Pigskin Parade, Everybody Sing

Film Events at the Walter Reade Theatre
Judy Garland: All Singin’, All Dancin’, All Judy!
July 30 & 31, 2011 [festival runs July 26-August 9, 2011]
165 West 65th Street
event web site:  http://tinyurl.com/3f4yz2q

Biographies of Garland and John Fricke’s informative and enthused introductions of Pigskin Parade (1936) and Everybody Sing (1938) remind us that Judy is under contract at M-G-M for a time before appearing in full length movies.  Her immense talent is stunningly clear but the studios scramble (or systematically search, who knows) to find appropriate vehicles for her — the young teenager from Minnesota who sings like a middle-aged woman with a storied past and has enough charisma to wipe the memory of every other player off the screen whenever she is present.  As Garland says herself on her December 1962 appearance on the Jack Paar television show, in a well-practiced and delightfully delivered take on this earliest era of her studio career:

“They didn’t know what to do, actually, with thirteen year old girls.  Twelve year old girls.  There was no such thing.  You either had to be a munchkin or you had to be eighteen.  Or something.  There was no, no in-between.” [Note: Garland’s delivery and hand gestures delivering these lines are worth looking up this 1962 television appearance.  As always, she wins.  Garland wins.]

In Pigskin Parade (on loan from M-G-M to 20th-Century Fox, the studio that gets the credit for putting Garland in her first full length motion picture) Garland has just turned 14, and asks at least three times a version of this question: “I can sing, you want to hear me?”  The reward of that singing is what keeps this movie alive at all.  By 1938 and M-G-M’s Everybody Sing, the ruse is no longer used, audiences are primed to hear the Garland voice, and she leads us all in song.  Note that in this particular coupling of cinematic adventures, Garland is early matched up with two actors (Jack Haley and Billie Burke) with whom she will soon be working with Munchkins, wizards, witches, more farm hands, and flying houses.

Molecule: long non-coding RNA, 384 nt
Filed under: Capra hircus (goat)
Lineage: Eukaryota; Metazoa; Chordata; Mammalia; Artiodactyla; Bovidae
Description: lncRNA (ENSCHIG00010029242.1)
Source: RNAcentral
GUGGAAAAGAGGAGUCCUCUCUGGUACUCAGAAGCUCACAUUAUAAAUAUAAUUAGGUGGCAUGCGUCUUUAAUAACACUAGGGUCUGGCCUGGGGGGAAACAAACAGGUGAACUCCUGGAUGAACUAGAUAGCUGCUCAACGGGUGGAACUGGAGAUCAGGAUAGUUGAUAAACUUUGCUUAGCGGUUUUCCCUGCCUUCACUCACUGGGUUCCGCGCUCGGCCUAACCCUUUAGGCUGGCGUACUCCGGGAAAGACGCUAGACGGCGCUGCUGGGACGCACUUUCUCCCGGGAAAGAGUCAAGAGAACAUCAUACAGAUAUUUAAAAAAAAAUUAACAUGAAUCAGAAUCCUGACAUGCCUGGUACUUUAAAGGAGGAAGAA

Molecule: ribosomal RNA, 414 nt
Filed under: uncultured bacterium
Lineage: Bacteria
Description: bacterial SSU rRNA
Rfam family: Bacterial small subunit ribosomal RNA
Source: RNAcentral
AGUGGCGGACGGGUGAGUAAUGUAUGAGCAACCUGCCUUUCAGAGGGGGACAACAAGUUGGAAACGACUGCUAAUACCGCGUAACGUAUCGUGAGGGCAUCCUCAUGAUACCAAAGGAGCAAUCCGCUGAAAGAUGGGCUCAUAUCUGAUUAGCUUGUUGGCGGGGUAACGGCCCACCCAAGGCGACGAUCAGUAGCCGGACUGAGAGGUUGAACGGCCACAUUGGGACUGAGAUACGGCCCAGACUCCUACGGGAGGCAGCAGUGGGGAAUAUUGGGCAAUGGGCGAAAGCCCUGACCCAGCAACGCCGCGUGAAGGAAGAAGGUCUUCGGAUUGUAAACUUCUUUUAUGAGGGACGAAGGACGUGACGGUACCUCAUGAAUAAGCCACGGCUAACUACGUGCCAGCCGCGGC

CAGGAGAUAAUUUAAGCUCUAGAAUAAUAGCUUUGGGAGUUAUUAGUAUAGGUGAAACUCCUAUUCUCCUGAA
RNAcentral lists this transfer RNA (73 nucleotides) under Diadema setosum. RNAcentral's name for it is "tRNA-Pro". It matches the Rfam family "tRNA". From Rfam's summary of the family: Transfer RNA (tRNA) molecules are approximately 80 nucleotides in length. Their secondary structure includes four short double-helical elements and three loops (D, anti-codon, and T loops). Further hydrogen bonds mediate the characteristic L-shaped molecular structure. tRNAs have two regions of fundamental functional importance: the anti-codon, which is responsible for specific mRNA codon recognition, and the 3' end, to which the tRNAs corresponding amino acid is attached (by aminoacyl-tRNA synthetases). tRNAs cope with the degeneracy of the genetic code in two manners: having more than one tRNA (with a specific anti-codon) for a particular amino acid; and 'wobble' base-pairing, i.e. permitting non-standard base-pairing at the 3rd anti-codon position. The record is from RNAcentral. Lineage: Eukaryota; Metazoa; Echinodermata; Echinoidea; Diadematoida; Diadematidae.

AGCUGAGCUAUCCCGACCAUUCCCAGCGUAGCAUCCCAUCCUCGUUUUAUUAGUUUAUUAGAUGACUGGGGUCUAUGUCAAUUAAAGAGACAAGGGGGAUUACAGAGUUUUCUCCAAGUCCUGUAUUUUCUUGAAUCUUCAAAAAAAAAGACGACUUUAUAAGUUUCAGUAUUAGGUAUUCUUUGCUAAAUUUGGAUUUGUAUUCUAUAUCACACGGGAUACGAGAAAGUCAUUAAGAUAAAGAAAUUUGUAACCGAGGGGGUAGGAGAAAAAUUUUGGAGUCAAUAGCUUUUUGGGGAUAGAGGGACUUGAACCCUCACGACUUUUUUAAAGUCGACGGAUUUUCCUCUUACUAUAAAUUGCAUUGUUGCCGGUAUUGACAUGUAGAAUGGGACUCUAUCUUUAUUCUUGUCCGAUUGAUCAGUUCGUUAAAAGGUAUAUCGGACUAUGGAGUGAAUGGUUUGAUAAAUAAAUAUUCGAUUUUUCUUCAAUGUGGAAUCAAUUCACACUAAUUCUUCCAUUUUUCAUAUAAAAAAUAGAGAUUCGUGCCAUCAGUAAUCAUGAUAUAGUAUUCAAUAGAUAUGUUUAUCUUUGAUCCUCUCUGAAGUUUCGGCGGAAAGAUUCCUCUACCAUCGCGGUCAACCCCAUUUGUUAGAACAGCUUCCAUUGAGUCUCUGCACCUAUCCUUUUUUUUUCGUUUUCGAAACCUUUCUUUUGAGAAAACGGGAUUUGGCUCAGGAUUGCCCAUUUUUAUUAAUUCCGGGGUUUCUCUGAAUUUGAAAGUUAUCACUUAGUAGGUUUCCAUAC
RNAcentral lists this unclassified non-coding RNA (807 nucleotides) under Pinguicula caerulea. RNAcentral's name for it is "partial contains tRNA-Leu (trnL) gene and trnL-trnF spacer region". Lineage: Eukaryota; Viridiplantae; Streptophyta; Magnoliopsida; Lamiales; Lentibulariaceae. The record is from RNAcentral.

Saturday July 30: Pigskin Parade (1936)

Sairy Dodd in adorable pigtails, with a Yacht Club Boy to the left of the image and Fred Kohler Jr. to the right.

Small Texas college is invited to a Yale football invitational game by mistake, vaudeville veterans Jack Haley and Patsy Kelly are the new coach and his wife (who appears to know a lot more about football than her husband), and earnest and comic collegiate hijinks ensue.  Garland plays Sairy Dodd, a farm girl younger sister of a strapping melon throwing brother who is enlisted to play for the Texas college team.  A favorite non-Garland number for me (political lefty than I am, and fan of witty lyric play) is the close harmony Yacht Club Boys number “Down With Everything” with memorable lyrics such as:

“Down with everything / That’s the burning slogan of / The anti super pooper duper commu-bolsha radical”

Favorite dialogue lines from the balance of the romp (and yes the Texans beat the Yalies):

  • “I like music with my touchdowns.”
  • “I love you so much it makes me quiver all over.”
  • “I’m Sairy Dodd and I can sing.  You want to hear me?”

Sunday July 31: Everybody Sing (1938)

Judy Bellaire leads her classmates in “Swing Mr. Mendelssohn”. The joy is contagious.

I have a special place in my heart for the odd and farcical You Can’t Take It With You-esque theatrical family (and house in perpetual chaos) in Everybody Sing. From the first moments of Judy Bellaire (Garland) as a school girl causing a bit of music class havoc turning a Mendelssohn ditty into a bit of swing fever, we’re hooked.  Judy’s penchant for swing gets her thrown out of school and a return to a household with a playwright father, actress mother (Billie Burke) and sister (Lynne Carver), and a cook with a performing past (Fanny Brice, the great and masterful).  Little Judy’s singing talent will win the day and resources to keep the family afloat.  Some songs hit, some songs miss, some acts lead your mind to wander.  And still, this charms.

And not long ago I purchased a copy of a working script (then called “Swing Fever”) that belonged to Lynne Carver, the actress who plays Judy’s older sister Sylvia in this bit of fluffy entertainment.  It is a wonder to see what a studio and brilliant creative people can make out of a sketchy outline of a script draft on paper.

Favorite dialogue lines:

  • “I don’t know why but when I hear music it does something to me.”
  • “I find myself awaken in the middle of the night and make guttural little howls.”
  • “If there’s anything we don’t need in this house it’s more monkeys.”

© Martha Wade Steketee (August 3, 2011)

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